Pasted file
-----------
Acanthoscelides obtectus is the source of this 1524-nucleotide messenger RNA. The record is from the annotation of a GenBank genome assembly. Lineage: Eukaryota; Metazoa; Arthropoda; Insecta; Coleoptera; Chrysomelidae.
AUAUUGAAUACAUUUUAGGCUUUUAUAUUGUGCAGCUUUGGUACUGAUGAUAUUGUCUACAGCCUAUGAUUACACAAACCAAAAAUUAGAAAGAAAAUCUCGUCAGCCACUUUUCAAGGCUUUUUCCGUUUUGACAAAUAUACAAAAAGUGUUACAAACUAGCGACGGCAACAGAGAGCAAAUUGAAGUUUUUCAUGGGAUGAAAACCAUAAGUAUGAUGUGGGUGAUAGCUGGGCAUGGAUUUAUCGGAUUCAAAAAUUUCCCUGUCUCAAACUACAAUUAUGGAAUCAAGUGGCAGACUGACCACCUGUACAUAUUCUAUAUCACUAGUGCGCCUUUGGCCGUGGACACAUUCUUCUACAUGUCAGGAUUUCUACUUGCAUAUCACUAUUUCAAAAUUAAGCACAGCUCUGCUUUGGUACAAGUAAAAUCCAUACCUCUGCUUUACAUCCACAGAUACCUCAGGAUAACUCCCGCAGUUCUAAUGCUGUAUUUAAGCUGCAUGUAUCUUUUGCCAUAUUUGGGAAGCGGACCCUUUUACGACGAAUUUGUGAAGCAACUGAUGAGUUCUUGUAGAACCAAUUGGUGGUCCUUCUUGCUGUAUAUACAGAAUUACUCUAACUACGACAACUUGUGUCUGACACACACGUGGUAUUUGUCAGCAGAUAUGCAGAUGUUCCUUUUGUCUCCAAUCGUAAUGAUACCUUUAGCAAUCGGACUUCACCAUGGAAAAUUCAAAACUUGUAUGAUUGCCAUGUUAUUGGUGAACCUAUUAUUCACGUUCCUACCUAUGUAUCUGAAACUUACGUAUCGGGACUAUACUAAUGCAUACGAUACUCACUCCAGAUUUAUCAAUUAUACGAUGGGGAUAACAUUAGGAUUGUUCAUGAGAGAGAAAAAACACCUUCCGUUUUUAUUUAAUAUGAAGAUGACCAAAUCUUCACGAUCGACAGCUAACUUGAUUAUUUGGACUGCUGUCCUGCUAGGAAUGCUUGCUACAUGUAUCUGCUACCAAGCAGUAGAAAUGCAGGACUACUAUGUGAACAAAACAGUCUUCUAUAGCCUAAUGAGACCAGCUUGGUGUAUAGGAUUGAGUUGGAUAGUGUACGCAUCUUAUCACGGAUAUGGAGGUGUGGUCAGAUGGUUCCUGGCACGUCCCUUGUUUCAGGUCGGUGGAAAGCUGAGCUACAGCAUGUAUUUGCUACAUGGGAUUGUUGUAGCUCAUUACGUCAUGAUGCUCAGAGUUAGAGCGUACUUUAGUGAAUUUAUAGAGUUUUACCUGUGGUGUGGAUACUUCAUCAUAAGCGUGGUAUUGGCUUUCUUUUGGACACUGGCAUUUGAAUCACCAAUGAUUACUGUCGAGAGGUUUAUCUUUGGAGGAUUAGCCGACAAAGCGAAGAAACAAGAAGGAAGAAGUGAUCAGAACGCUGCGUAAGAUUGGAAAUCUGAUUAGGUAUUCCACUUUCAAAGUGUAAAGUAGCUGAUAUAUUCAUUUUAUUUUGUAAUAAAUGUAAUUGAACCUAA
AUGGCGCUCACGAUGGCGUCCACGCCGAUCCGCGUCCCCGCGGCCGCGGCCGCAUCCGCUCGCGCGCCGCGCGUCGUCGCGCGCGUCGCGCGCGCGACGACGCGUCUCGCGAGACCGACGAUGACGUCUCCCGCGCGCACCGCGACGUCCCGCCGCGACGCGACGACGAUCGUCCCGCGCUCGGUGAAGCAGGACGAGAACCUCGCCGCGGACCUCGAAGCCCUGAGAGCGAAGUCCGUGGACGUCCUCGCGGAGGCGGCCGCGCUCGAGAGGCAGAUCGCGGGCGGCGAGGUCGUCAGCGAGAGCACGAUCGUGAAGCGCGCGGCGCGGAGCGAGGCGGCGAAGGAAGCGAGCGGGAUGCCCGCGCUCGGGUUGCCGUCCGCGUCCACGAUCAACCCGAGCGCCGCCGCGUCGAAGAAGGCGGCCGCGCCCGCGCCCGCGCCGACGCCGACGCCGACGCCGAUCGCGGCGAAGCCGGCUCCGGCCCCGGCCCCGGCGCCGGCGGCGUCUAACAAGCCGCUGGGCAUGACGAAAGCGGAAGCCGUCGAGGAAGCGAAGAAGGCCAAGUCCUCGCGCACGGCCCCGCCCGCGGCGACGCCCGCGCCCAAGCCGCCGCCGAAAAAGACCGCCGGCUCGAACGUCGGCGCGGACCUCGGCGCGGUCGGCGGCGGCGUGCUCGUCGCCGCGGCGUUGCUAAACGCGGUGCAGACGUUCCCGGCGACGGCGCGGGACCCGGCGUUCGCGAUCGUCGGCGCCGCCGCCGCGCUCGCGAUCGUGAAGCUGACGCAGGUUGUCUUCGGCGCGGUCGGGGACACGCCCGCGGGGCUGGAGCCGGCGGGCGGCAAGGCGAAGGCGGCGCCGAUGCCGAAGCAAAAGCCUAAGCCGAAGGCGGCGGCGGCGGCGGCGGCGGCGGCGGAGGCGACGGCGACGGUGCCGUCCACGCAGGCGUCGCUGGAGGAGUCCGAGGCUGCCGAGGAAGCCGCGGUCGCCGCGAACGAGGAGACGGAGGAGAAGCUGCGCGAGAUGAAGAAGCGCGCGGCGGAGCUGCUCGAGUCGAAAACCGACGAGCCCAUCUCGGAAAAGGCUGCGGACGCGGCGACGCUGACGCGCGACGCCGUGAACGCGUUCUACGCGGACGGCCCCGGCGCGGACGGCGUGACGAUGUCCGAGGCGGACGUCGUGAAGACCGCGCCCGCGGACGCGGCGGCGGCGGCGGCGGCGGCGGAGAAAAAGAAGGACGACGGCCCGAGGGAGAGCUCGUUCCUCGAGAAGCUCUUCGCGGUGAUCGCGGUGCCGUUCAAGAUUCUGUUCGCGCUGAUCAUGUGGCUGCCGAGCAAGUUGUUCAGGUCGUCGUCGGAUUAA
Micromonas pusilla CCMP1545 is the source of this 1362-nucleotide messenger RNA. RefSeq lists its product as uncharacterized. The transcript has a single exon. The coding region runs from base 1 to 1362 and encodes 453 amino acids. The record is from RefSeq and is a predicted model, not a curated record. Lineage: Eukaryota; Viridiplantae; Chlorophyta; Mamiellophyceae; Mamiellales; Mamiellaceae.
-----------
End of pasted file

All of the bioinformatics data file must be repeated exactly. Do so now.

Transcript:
Acanthoscelides obtectus is the source of this 1524-nucleotide messenger RNA. The record is from the annotation of a GenBank genome assembly. Lineage: Eukaryota; Metazoa; Arthropoda; Insecta; Coleoptera; Chrysomelidae.
AUAUUGAAUACAUUUUAGGCUUUUAUAUUGUGCAGCUUUGGUACUGAUGAUAUUGUCUACAGCCUAUGAUUACACAAACCAAAAAUUAGAAAGAAAAUCUCGUCAGCCACUUUUCAAGGCUUUUUCCGUUUUGACAAAUAUACAAAAAGUGUUACAAACUAGCGACGGCAACAGAGAGCAAAUUGAAGUUUUUCAUGGGAUGAAAACCAUAAGUAUGAUGUGGGUGAUAGCUGGGCAUGGAUUUAUCGGAUUCAAAAAUUUCCCUGUCUCAAACUACAAUUAUGGAAUCAAGUGGCAGACUGACCACCUGUACAUAUUCUAUAUCACUAGUGCGCCUUUGGCCGUGGACACAUUCUUCUACAUGUCAGGAUUUCUACUUGCAUAUCACUAUUUCAAAAUUAAGCACAGCUCUGCUUUGGUACAAGUAAAAUCCAUACCUCUGCUUUACAUCCACAGAUACCUCAGGAUAACUCCCGCAGUUCUAAUGCUGUAUUUAAGCUGCAUGUAUCUUUUGCCAUAUUUGGGAAGCGGACCCUUUUACGACGAAUUUGUGAAGCAACUGAUGAGUUCUUGUAGAACCAAUUGGUGGUCCUUCUUGCUGUAUAUACAGAAUUACUCUAACUACGACAACUUGUGUCUGACACACACGUGGUAUUUGUCAGCAGAUAUGCAGAUGUUCCUUUUGUCUCCAAUCGUAAUGAUACCUUUAGCAAUCGGACUUCACCAUGGAAAAUUCAAAACUUGUAUGAUUGCCAUGUUAUUGGUGAACCUAUUAUUCACGUUCCUACCUAUGUAUCUGAAACUUACGUAUCGGGACUAUACUAAUGCAUACGAUACUCACUCCAGAUUUAUCAAUUAUACGAUGGGGAUAACAUUAGGAUUGUUCAUGAGAGAGAAAAAACACCUUCCGUUUUUAUUUAAUAUGAAGAUGACCAAAUCUUCACGAUCGACAGCUAACUUGAUUAUUUGGACUGCUGUCCUGCUAGGAAUGCUUGCUACAUGUAUCUGCUACCAAGCAGUAGAAAUGCAGGACUACUAUGUGAACAAAACAGUCUUCUAUAGCCUAAUGAGACCAGCUUGGUGUAUAGGAUUGAGUUGGAUAGUGUACGCAUCUUAUCACGGAUAUGGAGGUGUGGUCAGAUGGUUCCUGGCACGUCCCUUGUUUCAGGUCGGUGGAAAGCUGAGCUACAGCAUGUAUUUGCUACAUGGGAUUGUUGUAGCUCAUUACGUCAUGAUGCUCAGAGUUAGAGCGUACUUUAGUGAAUUUAUAGAGUUUUACCUGUGGUGUGGAUACUUCAUCAUAAGCGUGGUAUUGGCUUUCUUUUGGACACUGGCAUUUGAAUCACCAAUGAUUACUGUCGAGAGGUUUAUCUUUGGAGGAUUAGCCGACAAAGCGAAGAAACAAGAAGGAAGAAGUGAUCAGAACGCUGCGUAAGAUUGGAAAUCUGAUUAGGUAUUCCACUUUCAAAGUGUAAAGUAGCUGAUAUAUUCAUUUUAUUUUGUAAUAAAUGUAAUUGAACCUAA
AUGGCGCUCACGAUGGCGUCCACGCCGAUCCGCGUCCCCGCGGCCGCGGCCGCAUCCGCUCGCGCGCCGCGCGUCGUCGCGCGCGUCGCGCGCGCGACGACGCGUCUCGCGAGACCGACGAUGACGUCUCCCGCGCGCACCGCGACGUCCCGCCGCGACGCGACGACGAUCGUCCCGCGCUCGGUGAAGCAGGACGAGAACCUCGCCGCGGACCUCGAAGCCCUGAGAGCGAAGUCCGUGGACGUCCUCGCGGAGGCGGCCGCGCUCGAGAGGCAGAUCGCGGGCGGCGAGGUCGUCAGCGAGAGCACGAUCGUGAAGCGCGCGGCGCGGAGCGAGGCGGCGAAGGAAGCGAGCGGGAUGCCCGCGCUCGGGUUGCCGUCCGCGUCCACGAUCAACCCGAGCGCCGCCGCGUCGAAGAAGGCGGCCGCGCCCGCGCCCGCGCCGACGCCGACGCCGACGCCGAUCGCGGCGAAGCCGGCUCCGGCCCCGGCCCCGGCGCCGGCGGCGUCUAACAAGCCGCUGGGCAUGACGAAAGCGGAAGCCGUCGAGGAAGCGAAGAAGGCCAAGUCCUCGCGCACGGCCCCGCCCGCGGCGACGCCCGCGCCCAAGCCGCCGCCGAAAAAGACCGCCGGCUCGAACGUCGGCGCGGACCUCGGCGCGGUCGGCGGCGGCGUGCUCGUCGCCGCGGCGUUGCUAAACGCGGUGCAGACGUUCCCGGCGACGGCGCGGGACCCGGCGUUCGCGAUCGUCGGCGCCGCCGCCGCGCUCGCGAUCGUGAAGCUGACGCAGGUUGUCUUCGGCGCGGUCGGGGACACGCCCGCGGGGCUGGAGCCGGCGGGCGGCAAGGCGAAGGCGGCGCCGAUGCCGAAGCAAAAGCCUAAGCCGAAGGCGGCGGCGGCGGCGGCGGCGGCGGCGGAGGCGACGGCGACGGUGCCGUCCACGCAGGCGUCGCUGGAGGAGUCCGAGGCUGCCGAGGAAGCCGCGGUCGCCGCGAACGAGGAGACGGAGGAGAAGCUGCGCGAGAUGAAGAAGCGCGCGGCGGAGCUGCUCGAGUCGAAAACCGACGAGCCCAUCUCGGAAAAGGCUGCGGACGCGGCGACGCUGACGCGCGACGCCGUGAACGCGUUCUACGCGGACGGCCCCGGCGCGGACGGCGUGACGAUGUCCGAGGCGGACGUCGUGAAGACCGCGCCCGCGGACGCGGCGGCGGCGGCGGCGGCGGCGGAGAAAAAGAAGGACGACGGCCCGAGGGAGAGCUCGUUCCUCGAGAAGCUCUUCGCGGUGAUCGCGGUGCCGUUCAAGAUUCUGUUCGCGCUGAUCAUGUGGCUGCCGAGCAAGUUGUUCAGGUCGUCGUCGGAUUAA
Micromonas pusilla CCMP1545 is the source of this 1362-nucleotide messenger RNA. RefSeq lists its product as uncharacterized. The transcript has a single exon. The coding region runs from base 1 to 1362 and encodes 453 amino acids. The record is from RefSeq and is a predicted model, not a curated record. Lineage: Eukaryota; Viridiplantae; Chlorophyta; Mamiellophyceae; Mamiellales; Mamiellaceae.